Read the full article in the Christian Science Monitor here.

    Refugee women need sexual healthcare too, says Lakshmi Puri

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    In a recent article in the Guardian, acting head of UN Women sites a report by the Women's Refugee Commission, and highlights the need for family planning to be made available to refugees and women displaced by conflict.

    "According to the UN, at the beginning of 2012, more than 15 million people were registered as refugees globally. The Internal Displacement Monitoring Centre said the number of people internally displaced by conflict, war or human rights abuses reached a record-high 28.8 million last year. The UN Population Fund (UNFPA) says refugees' demands for contraception should be met as soon as possible.

    But a study of refugee camps in Djibouti, Jordan, Kenya, Malaysia and Uganda – conducted in 2011 by the UN refugee agency, UNHCR, and the Women's Refugee Commission – found the use of contraceptives in camps was lower than in surrounding settlements."

    Read the full Guardian article here.

    The Women's Refugee Commission at Women Deliver

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    Concurrent Sessions and Side Events

    Kuala Lumpur, Malaysia May 28 – June 1, 2013


    • Click here to download a PDF of this page.
    • Click here to watch the LiveStream of Women Deliver events.
    • Follow us on Facebook and Twitter #wrcdelivers

    The Women's Refugee Commission works to improve the lives and protect the rights of women, children and youth displaced by conflict and crisis. We research their needs, identify solutions and advocate for programs and policies to strengthen their resilience and drive change in humanitarian practice.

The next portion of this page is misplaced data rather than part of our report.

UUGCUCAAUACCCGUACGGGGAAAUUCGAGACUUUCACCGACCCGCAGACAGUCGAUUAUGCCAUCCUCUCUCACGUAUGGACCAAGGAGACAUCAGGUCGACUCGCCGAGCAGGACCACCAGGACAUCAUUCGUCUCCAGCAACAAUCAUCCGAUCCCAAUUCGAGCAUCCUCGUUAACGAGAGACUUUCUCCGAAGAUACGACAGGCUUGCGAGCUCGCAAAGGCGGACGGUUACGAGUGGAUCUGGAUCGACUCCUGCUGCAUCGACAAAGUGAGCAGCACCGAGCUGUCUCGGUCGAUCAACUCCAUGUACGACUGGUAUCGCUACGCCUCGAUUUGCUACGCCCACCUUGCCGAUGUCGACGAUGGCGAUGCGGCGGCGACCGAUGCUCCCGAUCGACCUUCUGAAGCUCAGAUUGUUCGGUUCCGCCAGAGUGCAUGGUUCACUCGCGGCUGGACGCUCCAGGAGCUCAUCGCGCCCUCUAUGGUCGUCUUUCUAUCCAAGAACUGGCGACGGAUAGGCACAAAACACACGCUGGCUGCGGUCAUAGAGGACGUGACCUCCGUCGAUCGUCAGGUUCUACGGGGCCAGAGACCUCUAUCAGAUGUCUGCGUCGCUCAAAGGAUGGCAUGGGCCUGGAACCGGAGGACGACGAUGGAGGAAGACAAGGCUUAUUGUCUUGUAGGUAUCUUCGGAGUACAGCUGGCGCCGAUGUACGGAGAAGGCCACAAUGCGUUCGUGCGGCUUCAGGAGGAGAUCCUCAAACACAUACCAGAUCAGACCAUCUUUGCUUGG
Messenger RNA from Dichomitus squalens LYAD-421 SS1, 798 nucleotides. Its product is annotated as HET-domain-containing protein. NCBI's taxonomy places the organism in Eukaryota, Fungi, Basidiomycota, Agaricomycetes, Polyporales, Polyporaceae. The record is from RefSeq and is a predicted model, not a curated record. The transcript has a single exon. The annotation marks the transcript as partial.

Our vision is a world in which refugee and internally displaced women, children and youth:

    Read more: The Women's Refugee Commission at Women Deliver

    Two extraordinary African women tell their stories

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    The Christian Science Monitor features article on 2013 Voices of Courage honorees Dahabo Hassan Maow and Atim Caroline Ogwang.

    Being forced by war or natural disaster to become a refugee presents huge challenges. Just finding food, water, and shelter is a major accomplishment. But if you are a woman, and have a disability as well, these challenges can multiply until they seem insurmountable.

    But two young women honored in New York in early May by the Women's Refugee Commission show that anything is possible. Their lives make two important points: As disabled women African refugees they represent remarkable stories of perseverance and courage as they lifted themselves out of dire circumstances. And to top that, they have now taken on a second role, as advocates for the many other disabled women refugees still in desperate need of help.

    Read the full article in the Christian Science Monitor here.

    Atim Caroline Ogwang Voice of America Interview (audio)

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    Voice of America interviews Atim Caroline Ogwang, our 2013 Voices of Courage honoree, about growing up as a deaf refugee girl in Uganda, life in the new nation of South Sudan, and her work with the organization she founded, Southern Sudan Deaf Development Concern. Emma Pearce, WRC's disability program officer, talks about the importance of providing education for children with disabilities.

    Listen to the interview below:

    If you are unable to play the interview through your browser, you can download it here.

    Number of Undocumented Children Who Cross U.S. Border Alone Has Tripled

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    Stateline, the daily news service of the Pew Charitable Trusts, quotes Jessica Jones in an article on the sharp increase in the number of children fleeing violence in Central America.

    Every day, 80 to 120 children cross the Texas border illegally — and alone.

    What’s happening in Texas reflects a nationwide trend: Immigration by undocumented children under 18 is on the rise, even as fewer adults come into the country illegally.

    Read the article here.